Initially, the state hoped that penalties on businesses not offering insurance would bring in about 47 million dollars; instead, during the first year, the amount was closer to 6 or 7 million dollars. Lord says that’s because the state overestimated the benefit. He acknowledged that, in some cases, businesses have wiggled out of the penalty by breaking up into smaller entities or relying on temporary and part time staff that don’t need to be offered insurance. But he does not believe that’s a widespread practice.

Nor does he believe that businesses have left Massachusetts — or chosen not to locate here — as a result of health reform.

I asked what he thought the rest of the country could learn from the Massachusetts example. He believes the coalition model — bringing business into the fold, getting employer support — is key. He also thinks other states should probably work on the cost issue at the same time as access, unlike Massachusetts, which dealt with access first and is now grappling with cost.

I was also curious what he would think of a single payer system — since presumably employers would benefit by not having to spend money on employee health insurance if the government was taking care of that. He is NOT, however, a fan of single payer, because he expects single payer would be paid for with higher taxes, including taxes on business.

It’s also worth noting the many businesses that are involved in the health insurance industry … would of course be put OUT of business with single payer.

TV roundtable on Mass Health Reform — WGBY/PBS

Thursday, March 26th, 2009

My WFCR colleague Susan Kaplan hosts a weekly public affairs show called “Watercooler” on the local PBS station, WGBY. This week, the topic was Massachusetts Health Reform. I was a guest, along with Jay Brienes of the Holyoke Health Center, and Meg Kroeplin of Community Partners of Amherst. Aired on March 25, 2009.

Click Here to Play video

An Industry Perspective — Andrew Dreyfus

Monday, February 16th, 2009
Andrew Dreyfus

Andrew Dreyfus

Many people I’ve talked to about health reform consider the insurance industry to be the evil empire — the stakeholder clinging onto the status quo for its own lucrative benefit.  But nothing is black and white, and I didn’t want put off getting the insurance industry’s side of things any longer.  Since I’ve always had a good relationship with Andrew Dreyfus — VP of Health Services for Blue Cross Blue Shield of Massachusetts — I thought I’d start with him.

Dreyfus is very personable and smart, with a long history in various parts of the health care system, and frankly, he just doesn’t come off as an evil emperor. (He used to be spokesman for the Mass Hospital Association, and later, president of the Blue Cross Foundation, which once sponsored me on a week-long journalism fellowship.)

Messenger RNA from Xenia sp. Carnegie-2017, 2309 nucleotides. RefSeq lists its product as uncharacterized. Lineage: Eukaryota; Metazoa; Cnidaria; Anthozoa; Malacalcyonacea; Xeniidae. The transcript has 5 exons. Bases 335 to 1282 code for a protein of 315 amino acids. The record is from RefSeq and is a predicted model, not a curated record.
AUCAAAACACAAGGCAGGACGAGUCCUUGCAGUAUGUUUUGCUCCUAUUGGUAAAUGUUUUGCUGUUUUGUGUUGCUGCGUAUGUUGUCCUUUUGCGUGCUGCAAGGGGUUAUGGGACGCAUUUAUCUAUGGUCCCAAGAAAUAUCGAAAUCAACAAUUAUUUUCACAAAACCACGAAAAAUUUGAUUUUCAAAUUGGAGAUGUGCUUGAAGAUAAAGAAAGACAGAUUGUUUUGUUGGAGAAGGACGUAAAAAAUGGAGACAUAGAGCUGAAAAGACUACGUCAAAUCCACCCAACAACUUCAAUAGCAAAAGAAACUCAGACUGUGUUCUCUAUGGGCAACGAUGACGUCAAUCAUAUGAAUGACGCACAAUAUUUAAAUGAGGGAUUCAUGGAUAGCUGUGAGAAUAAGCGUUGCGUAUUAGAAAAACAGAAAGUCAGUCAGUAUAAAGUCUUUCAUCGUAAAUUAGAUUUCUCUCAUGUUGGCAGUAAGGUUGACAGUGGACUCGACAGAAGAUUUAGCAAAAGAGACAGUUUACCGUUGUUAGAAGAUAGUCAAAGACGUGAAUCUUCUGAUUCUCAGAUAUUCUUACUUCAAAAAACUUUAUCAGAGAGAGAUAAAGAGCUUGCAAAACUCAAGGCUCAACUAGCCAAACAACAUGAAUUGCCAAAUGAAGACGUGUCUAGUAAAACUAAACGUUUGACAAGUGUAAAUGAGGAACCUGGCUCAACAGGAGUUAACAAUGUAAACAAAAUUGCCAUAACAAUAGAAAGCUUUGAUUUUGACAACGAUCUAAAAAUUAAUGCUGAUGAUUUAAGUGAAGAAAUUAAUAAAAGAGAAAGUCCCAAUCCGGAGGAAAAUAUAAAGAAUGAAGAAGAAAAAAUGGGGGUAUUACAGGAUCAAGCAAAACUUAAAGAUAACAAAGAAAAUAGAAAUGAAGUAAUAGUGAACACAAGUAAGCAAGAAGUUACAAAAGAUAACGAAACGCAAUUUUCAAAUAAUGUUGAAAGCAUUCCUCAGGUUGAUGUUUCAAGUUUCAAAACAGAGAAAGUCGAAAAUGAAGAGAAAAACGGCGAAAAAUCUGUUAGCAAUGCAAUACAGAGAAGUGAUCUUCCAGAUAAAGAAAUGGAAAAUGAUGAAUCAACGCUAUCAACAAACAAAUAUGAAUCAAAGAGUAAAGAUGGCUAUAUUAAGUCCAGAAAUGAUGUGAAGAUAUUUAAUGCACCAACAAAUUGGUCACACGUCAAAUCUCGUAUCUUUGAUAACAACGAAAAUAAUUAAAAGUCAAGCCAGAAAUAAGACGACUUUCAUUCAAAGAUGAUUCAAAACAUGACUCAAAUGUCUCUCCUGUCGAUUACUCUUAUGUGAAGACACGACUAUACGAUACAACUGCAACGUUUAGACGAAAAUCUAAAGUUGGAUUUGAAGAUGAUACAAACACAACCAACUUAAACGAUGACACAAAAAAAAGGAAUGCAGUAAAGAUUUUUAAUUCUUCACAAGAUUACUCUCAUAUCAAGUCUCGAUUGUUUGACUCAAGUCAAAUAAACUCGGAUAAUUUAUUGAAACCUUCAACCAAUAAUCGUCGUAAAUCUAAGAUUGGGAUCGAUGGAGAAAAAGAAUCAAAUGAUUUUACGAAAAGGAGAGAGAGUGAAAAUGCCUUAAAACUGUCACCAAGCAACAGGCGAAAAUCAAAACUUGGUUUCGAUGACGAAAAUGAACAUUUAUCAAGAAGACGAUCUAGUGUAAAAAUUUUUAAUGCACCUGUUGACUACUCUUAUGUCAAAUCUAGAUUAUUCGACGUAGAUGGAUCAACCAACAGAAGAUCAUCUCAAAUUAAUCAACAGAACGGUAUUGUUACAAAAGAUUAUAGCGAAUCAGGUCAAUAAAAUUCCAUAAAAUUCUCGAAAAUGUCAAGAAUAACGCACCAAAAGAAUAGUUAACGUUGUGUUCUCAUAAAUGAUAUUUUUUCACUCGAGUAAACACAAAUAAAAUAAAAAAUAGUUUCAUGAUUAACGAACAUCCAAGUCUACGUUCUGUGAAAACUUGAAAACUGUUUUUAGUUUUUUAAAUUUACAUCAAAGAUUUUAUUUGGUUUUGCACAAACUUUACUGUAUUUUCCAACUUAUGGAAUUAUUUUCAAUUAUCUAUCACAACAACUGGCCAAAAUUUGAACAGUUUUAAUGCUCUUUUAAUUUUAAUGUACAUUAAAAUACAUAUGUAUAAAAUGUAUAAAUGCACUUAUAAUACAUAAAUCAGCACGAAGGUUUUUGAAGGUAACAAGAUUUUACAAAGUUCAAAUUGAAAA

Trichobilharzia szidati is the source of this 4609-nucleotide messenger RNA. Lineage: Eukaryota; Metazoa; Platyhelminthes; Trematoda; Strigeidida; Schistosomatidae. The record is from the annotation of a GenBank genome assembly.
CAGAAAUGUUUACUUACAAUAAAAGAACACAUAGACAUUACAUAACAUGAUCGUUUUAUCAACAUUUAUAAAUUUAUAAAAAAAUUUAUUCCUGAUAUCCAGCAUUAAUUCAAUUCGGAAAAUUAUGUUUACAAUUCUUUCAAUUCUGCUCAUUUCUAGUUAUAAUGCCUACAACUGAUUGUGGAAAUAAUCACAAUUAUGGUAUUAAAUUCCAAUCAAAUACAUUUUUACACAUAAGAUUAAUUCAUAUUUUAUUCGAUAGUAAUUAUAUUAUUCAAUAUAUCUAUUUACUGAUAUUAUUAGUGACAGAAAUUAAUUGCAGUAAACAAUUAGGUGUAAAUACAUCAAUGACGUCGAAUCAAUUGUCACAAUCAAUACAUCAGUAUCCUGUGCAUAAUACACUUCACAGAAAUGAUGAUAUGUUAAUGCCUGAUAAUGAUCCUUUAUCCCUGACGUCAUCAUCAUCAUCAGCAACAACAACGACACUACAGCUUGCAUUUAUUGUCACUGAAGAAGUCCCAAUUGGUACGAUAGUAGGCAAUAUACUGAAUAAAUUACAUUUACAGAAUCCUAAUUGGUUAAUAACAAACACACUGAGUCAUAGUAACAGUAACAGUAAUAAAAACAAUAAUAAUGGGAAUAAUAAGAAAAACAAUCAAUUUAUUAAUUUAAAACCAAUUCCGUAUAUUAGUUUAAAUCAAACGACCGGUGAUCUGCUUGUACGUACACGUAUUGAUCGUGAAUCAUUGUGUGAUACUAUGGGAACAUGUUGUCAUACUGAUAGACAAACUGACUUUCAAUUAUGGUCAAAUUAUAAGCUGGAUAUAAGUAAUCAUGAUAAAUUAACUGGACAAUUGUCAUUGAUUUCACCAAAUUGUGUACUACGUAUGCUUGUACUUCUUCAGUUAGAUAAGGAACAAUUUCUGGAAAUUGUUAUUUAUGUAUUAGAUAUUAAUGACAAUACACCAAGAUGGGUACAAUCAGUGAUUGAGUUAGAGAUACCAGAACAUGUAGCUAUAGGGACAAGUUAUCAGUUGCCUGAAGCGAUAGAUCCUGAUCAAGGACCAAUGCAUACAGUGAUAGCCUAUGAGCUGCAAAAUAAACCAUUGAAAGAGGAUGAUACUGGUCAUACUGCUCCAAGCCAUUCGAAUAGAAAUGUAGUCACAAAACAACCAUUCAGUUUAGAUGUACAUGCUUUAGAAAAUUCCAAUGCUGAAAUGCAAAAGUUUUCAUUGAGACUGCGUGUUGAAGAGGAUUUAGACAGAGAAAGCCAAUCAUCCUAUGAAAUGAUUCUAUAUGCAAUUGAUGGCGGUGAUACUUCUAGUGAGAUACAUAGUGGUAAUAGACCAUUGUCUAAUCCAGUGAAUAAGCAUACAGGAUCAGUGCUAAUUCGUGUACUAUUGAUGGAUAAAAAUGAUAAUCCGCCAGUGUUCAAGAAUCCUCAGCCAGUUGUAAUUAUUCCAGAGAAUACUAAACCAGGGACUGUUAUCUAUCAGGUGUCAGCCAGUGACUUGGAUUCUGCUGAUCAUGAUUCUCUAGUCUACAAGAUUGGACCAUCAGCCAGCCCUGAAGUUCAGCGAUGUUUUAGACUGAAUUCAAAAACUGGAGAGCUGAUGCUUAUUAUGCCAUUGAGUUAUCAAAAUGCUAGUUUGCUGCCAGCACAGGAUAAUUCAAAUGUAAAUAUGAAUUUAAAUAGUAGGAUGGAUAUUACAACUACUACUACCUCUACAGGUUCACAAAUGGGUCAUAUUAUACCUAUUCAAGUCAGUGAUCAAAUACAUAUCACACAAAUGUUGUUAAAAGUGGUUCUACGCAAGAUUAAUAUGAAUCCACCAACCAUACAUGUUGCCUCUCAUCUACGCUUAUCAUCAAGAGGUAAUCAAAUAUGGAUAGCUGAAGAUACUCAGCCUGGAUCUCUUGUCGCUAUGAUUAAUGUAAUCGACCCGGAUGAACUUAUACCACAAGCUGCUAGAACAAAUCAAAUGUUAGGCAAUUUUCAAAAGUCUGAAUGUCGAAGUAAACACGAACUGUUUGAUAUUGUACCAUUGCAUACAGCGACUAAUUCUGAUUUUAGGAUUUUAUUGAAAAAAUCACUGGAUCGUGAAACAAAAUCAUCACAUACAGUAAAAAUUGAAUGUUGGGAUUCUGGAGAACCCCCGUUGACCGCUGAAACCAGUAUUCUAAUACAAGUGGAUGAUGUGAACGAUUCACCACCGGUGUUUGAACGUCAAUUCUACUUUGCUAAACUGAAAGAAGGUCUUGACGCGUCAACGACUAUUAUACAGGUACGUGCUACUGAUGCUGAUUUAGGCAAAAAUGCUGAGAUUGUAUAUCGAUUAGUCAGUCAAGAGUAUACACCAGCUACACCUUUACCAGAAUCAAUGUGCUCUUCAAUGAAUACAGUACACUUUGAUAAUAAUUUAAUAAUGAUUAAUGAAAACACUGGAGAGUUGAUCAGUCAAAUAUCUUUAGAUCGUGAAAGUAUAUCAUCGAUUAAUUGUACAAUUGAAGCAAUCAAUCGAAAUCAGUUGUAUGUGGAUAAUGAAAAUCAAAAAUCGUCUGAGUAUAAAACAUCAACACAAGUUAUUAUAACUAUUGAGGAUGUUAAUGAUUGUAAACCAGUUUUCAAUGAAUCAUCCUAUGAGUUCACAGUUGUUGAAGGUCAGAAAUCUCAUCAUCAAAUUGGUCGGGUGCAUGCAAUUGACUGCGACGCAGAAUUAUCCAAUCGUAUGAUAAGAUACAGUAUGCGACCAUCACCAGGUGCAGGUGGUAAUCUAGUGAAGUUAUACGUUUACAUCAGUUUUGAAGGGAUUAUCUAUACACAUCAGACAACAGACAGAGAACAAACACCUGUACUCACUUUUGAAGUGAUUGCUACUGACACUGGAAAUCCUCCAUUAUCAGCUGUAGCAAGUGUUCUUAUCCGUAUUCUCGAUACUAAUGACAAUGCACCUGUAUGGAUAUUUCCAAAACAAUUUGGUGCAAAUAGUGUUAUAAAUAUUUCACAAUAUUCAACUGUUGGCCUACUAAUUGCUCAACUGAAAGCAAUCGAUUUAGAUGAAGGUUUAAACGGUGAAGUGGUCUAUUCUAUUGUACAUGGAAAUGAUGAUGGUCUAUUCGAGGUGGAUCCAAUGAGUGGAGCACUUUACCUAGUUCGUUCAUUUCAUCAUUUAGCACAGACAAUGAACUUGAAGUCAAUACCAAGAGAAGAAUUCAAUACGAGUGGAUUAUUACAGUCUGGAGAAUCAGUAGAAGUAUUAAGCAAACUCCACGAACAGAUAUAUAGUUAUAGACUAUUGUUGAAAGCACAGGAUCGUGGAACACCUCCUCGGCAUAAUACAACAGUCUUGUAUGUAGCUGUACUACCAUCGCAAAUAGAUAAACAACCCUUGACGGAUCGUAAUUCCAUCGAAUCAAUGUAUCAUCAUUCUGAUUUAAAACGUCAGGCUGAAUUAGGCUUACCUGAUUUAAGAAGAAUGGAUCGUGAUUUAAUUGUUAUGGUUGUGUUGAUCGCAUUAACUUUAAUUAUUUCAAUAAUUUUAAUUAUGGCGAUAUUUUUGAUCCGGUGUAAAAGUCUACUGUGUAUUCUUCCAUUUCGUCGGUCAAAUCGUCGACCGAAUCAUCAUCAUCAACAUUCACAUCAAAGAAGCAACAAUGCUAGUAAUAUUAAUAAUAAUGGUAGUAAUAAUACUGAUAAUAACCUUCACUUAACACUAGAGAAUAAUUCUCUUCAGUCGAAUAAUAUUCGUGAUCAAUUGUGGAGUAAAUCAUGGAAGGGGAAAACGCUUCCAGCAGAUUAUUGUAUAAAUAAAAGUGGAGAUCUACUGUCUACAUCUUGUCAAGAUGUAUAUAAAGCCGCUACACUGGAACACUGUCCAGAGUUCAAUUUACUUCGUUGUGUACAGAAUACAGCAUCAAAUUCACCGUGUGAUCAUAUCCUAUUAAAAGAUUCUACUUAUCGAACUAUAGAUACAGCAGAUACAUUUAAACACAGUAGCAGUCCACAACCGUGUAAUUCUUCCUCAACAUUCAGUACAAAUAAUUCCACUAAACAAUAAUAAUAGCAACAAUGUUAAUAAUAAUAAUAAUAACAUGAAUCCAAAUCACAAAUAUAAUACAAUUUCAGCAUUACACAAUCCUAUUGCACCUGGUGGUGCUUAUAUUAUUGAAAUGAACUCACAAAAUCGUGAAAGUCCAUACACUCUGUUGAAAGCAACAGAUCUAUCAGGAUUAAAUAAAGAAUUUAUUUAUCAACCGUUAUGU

But obviously these issues go beyond personality — so here’s how he sees health reform in Massachusetts so far, and how his insurance company (a nonprofit, he points out) fits in.

He believes the state has done a great job expanding coverage, but — like most observers — he’s less upbeat about the part where it controls costs.  Massachusetts made a conscious decision to give lots more people coverage without figuring out how it would pay for this coverage in the long run, and frankly, Dreyfus says that’s the only way this would’ve gone ahead. (He worked in the Dukakis administration during a previous attempt at health reform.)

But now the rubber meets the road, since the economy is only creating more need, and it’s certainly not slowing costs (currently increasing by double-digits for health care). Why, I asked him, do health costs go up so much faster than inflation? Because more and more people are relying on higher-tech medical care that is expensive, without necessarily leading to better results. Because in order to keep making money, hospitals and providers HAVE to order more expensive tests and procedures, since that’s how the payment system works. And Massachusetts frankly has more expensive care than most other places in the country, because it’s such a medical/technical mecca.

Dreyfus is on the state “payment reform” commission to look into changing the way insurance/Medicaid payments are made, but that’s a very slow process. But what he’s most excited by is what Blue Cross is doing on its own to control costs and, he says, improve health care quality.

He is one of the creators of what’s called an Alternative Quality Contract, or AQC. Currently, most insurers and government programs use a traditional “fee for service” model that rewards specialist care, hospitalizations, high tech procedures and medical tests — at the expense of basic primary care and preventative care. As a result, providers (doctors, hospitals, clinics) have an incentive to order more costly services, and they DON’T have an incentive to talk to patients about longterm health habits, to create relationships with patients, and to promote illness or injury preventation. This incentive system both drives costs up, and drives health indicators down. So what Blue Cross is doing with a select group of doctor’s groups (including Hampden Physicians Group in WMass) is entering a payment contract that provides a set amount of money to keep patients healthy — the doctors can choose how to spread the money around — and bonuses at the end of the year if in fact patients DO stay healthy. That way, he says, the emphasis is on health, not sickness; on prevention, not intervention.